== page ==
I hold regular discussions, usually on a six-weekly basis, with the chief executive of the Financial Conduct Authority on a range of issues regarding the regulation of financial markets, including the insurance market.
Insurance companies are exploiting the cladding scandal by charging leaseholders extortionate, punitive and unethical prices for their buildings insurance. The Treasury and the FCA have frankly done nothing while people are forced to find eye-watering sums of money because of a scandal that they did not cause, and there is no transparency as to how their premiums are being calculated. After many years, a Government Minister has finally written to the FCA, but will the Treasury now step up and ensure that the FCA not only looks into this matter but provides redress for my constituents and the thousands of people across this country who are experiencing severe financial distress?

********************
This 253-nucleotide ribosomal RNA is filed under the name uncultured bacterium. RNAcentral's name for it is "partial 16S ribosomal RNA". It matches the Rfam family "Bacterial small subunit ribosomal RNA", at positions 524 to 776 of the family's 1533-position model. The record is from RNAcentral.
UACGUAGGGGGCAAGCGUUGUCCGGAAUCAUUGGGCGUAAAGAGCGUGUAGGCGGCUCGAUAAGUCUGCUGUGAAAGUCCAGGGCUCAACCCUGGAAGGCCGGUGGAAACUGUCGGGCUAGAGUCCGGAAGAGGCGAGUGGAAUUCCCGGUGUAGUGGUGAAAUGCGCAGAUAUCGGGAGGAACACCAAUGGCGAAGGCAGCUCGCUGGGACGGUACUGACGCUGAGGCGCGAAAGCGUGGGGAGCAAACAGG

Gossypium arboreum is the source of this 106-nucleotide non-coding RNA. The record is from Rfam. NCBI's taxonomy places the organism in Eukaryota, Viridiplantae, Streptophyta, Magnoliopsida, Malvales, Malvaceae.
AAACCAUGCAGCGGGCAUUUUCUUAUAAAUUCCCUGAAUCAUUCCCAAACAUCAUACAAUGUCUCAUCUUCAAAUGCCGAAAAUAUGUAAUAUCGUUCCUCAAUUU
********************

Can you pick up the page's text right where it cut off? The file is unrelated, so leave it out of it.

The FCA has been looking at this matter, and last week my colleague the Secretary of State for Levelling Up, Housing and Communities wrote to the FCA to ask it to look at whether there is a market failure. Since then, it has written back, with the Competition and Markets Authority, to say that they are engaging with the industry and will produce a statement on the matter in due course. I recognise the concerns that the hon. Member has raised and the dysfunctionality that may exist in the market, and it is important that that is looked at carefully.
We are making progress. We are in deep conversations with the Prudential Regulation Authority and its actuaries on the way that the risk margin and the matching adjustments should be altered to release that additional capital. We are confident that progress will be made and we are also working closely with the insurance industry to see that that comes to pass.